Archives For technology

I’ve been reading a very interesting book of late—interesting, at least, to me:

William Germano, Getting It Published: A Guide for Scholars and Anyone Else Serious about Serious Books. 2d ed. University of Chicago Press, 2008.

This is a handbook for academic authors, but written with the verve and style that make it not just a reference book, but an enjoyable read. One of the final chapters deals with the issues of electronic publication, the e-book. As part of that discussion Germano has this to say (excerpted from a 2-page section):

The electronic environment is about searching, and searching is reading’s dark side…. Select any fully searchable text and you will encounter ample opportunity not to read the book the author wrote.

Grateful though we may be to have this digital option, “Advanced Search” narrows possibilities in two senses: it homes in on the researcher’s subject, but it also turns reading into looking for.

The modern repertoire of electronic search mechanisms now enables prodigiously accelerated, highly selective reading … and what the technology enables it also endorses. The kind of reading I’m describing—today’s ordinary, lightning-swift, scholarly browse in a digital environment—is purposeful, goal-oriented; yet the technology’s availability reframes the very idea of reading. In the electronic universe, to look is to read. It may be purposeful reading, but reading with a purpose isn’t always reading for the plot, or reading with an appreciation of your book’s hard-won architecture (182–83).

Although framed in terms of what an author needs to consider in the context of an e-book publication, it also points out effectively, and from a different perspective, the issues involved in the increasingly popular world of digital research, whether that be via the (potentially massive) libraries of Bible study software or on the web. Such tools are touted for their search ability—and they certainly provide that. Germano rightly points out that it enables and even encourages reading without context.
That is dangerous with most e-books*; doubly so with Scripture if we are seriously concerned with its message.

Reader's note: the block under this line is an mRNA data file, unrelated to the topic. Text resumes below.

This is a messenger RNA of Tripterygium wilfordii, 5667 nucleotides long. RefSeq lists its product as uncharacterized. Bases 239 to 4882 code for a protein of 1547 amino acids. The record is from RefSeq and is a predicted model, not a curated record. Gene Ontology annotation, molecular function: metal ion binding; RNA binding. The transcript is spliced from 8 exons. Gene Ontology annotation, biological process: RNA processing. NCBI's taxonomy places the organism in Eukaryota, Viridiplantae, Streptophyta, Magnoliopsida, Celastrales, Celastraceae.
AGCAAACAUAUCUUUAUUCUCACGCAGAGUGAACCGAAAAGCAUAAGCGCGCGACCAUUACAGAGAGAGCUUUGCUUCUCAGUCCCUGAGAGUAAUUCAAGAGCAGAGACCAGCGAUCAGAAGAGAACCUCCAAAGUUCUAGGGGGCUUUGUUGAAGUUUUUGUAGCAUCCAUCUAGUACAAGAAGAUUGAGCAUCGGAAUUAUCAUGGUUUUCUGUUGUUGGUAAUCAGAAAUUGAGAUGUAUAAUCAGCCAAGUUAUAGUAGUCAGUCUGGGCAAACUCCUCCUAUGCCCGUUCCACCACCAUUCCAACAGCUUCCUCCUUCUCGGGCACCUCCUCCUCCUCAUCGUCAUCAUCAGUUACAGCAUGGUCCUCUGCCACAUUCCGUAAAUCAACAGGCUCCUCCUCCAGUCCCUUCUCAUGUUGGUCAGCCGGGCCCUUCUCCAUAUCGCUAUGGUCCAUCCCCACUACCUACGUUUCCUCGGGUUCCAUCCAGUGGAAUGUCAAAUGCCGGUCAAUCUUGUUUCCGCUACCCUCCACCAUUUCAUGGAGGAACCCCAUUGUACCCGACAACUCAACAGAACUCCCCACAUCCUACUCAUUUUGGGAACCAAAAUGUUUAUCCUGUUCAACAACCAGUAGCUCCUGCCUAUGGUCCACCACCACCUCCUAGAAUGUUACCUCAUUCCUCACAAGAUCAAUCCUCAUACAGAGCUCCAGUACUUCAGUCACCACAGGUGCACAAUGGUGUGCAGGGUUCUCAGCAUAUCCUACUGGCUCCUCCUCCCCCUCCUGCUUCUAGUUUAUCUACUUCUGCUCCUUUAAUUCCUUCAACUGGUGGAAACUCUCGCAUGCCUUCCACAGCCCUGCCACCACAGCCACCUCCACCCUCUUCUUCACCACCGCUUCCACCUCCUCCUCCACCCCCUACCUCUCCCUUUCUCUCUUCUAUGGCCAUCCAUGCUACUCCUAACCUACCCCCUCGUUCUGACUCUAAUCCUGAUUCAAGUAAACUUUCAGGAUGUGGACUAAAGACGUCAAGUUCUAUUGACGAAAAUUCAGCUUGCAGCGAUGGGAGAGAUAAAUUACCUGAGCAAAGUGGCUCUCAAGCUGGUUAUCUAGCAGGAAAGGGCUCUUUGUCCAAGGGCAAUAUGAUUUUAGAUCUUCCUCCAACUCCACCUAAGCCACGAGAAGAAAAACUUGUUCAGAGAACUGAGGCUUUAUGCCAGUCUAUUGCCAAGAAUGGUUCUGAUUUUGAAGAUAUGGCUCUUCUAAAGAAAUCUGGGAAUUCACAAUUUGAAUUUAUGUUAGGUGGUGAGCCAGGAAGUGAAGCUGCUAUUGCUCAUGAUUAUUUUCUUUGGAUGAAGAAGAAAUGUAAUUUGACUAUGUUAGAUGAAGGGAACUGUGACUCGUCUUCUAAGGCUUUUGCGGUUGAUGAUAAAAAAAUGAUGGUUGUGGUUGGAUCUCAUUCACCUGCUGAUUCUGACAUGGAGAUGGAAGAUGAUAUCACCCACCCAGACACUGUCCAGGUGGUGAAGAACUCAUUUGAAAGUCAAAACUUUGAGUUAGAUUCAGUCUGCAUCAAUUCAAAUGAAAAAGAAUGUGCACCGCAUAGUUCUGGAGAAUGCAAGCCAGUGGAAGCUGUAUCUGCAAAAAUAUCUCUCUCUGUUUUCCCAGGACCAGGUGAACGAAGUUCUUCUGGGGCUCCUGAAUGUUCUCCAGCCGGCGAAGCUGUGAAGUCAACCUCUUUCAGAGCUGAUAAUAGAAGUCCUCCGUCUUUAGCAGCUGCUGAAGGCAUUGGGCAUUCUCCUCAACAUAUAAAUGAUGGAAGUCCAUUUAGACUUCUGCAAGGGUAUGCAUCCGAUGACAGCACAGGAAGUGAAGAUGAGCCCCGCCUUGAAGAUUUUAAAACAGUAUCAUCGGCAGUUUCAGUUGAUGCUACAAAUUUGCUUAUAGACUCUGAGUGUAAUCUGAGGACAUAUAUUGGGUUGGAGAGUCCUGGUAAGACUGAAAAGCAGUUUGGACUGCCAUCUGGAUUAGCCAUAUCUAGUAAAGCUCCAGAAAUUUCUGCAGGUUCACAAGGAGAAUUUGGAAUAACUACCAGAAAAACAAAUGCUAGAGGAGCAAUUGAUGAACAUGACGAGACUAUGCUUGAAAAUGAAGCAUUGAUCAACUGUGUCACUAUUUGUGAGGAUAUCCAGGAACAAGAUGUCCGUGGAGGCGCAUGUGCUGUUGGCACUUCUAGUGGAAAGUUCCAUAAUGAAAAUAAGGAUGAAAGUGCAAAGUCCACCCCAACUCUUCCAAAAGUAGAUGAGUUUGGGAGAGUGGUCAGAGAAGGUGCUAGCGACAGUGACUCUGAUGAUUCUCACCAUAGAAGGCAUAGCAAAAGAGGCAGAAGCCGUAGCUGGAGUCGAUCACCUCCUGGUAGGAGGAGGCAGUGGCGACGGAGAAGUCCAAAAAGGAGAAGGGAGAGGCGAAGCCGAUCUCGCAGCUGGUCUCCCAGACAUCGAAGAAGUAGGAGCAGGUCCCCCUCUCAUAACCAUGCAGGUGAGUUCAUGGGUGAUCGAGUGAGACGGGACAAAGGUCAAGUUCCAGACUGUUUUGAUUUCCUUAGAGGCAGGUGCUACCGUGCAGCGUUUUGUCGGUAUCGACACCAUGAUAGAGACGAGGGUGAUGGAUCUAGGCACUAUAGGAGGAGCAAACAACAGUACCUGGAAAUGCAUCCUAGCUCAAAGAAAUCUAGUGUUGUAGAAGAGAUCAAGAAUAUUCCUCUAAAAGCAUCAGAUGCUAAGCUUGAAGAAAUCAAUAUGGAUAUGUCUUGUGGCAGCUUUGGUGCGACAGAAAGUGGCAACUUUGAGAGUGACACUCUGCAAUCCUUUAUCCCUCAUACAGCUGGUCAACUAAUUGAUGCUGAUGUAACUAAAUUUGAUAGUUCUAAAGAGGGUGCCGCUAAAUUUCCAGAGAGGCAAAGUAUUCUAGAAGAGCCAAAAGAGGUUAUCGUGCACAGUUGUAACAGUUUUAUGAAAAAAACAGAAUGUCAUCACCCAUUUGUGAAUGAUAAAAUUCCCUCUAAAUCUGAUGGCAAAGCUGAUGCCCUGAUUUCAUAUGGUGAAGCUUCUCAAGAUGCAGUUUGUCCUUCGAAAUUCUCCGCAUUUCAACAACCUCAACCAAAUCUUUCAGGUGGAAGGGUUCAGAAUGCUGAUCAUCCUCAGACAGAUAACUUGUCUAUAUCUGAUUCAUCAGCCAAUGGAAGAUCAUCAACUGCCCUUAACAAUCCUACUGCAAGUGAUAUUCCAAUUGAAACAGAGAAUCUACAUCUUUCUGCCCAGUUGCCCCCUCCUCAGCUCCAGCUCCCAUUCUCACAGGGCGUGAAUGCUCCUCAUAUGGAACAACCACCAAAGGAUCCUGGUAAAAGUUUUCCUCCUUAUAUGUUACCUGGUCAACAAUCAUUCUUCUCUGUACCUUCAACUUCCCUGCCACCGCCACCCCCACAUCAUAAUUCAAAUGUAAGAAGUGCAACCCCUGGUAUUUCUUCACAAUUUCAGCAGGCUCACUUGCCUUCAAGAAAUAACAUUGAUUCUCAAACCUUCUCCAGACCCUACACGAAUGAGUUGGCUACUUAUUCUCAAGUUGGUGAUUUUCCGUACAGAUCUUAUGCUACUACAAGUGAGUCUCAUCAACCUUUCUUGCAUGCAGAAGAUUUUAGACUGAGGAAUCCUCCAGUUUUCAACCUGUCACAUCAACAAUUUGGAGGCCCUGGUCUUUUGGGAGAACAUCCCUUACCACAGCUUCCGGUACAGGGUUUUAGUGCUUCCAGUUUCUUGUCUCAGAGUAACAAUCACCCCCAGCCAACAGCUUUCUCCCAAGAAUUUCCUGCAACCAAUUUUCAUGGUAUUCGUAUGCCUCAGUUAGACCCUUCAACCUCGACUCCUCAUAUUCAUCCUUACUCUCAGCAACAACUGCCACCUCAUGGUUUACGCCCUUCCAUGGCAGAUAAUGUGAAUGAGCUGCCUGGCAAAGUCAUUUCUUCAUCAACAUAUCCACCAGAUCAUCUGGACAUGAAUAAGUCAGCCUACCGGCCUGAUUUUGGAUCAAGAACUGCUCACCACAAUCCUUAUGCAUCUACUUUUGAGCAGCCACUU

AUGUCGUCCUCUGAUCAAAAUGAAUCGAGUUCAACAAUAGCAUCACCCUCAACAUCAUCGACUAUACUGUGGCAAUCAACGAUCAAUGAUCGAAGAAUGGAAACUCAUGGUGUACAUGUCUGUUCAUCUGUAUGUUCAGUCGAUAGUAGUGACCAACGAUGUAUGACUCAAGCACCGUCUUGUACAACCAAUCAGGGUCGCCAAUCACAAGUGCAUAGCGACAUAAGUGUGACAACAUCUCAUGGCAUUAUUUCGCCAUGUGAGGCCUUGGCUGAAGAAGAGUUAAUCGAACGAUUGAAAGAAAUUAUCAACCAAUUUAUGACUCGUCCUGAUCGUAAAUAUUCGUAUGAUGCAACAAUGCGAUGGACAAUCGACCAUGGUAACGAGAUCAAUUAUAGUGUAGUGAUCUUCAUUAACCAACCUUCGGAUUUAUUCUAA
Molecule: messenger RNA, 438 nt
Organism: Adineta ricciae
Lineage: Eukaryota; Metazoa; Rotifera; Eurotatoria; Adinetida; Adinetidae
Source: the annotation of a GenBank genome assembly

(*Some reference works like dictionaries may be exempt from this caution since they are not intended to be read contextually over multiple pages.)

If you’re interested in serious writing for publication, this book is well worth your time on many fronts in addition to the thoughts I’ve summarized above.

New releases of Bible software

November 23, 2008

At ETS this year all 3 of the “big guns” in Bible software released major new updates.

Accordance released v. 8.1 just ahead of the conference and announced major new modules at the conference. Read a very helpful review here (which I noted earlier, including a chance to win a free copy). Check preview videos here.

Note added later (12/1): Accordance has now posted an official list and description of their updates on their site.

And here’s another posting, this time on the Accordance blog with more detail (12/2).

BibleWorks released v. 8 with many new features and modules (including, e.g., Wallace’s, Waltke-O’Connor’s, and Joüon-Muraoka’s grammars—all included in the base package, not modules you have to pay extra for).

Logos has now released the Mac version for which they floated a teaser a few weeks ago as due “before Christmas.” They tell me that was a “just in case” timeframe. The web page has not yet been updated to indicate that it is shipping. The final pressed copies have not yet arrived, but they manually duplicated enough DVDs to sell at the conference. I have a copy tucked in my laptop case to install and try out when I get home. (I didn’t pay much attention to their Windows info, but I think I heard they either have a new version out or that one is coming soon which promises to be much faster than the current version. My major complaint has always been the extremely sluggish behavior of the Windows version, even on a fairly fast machine with lots of RAM.)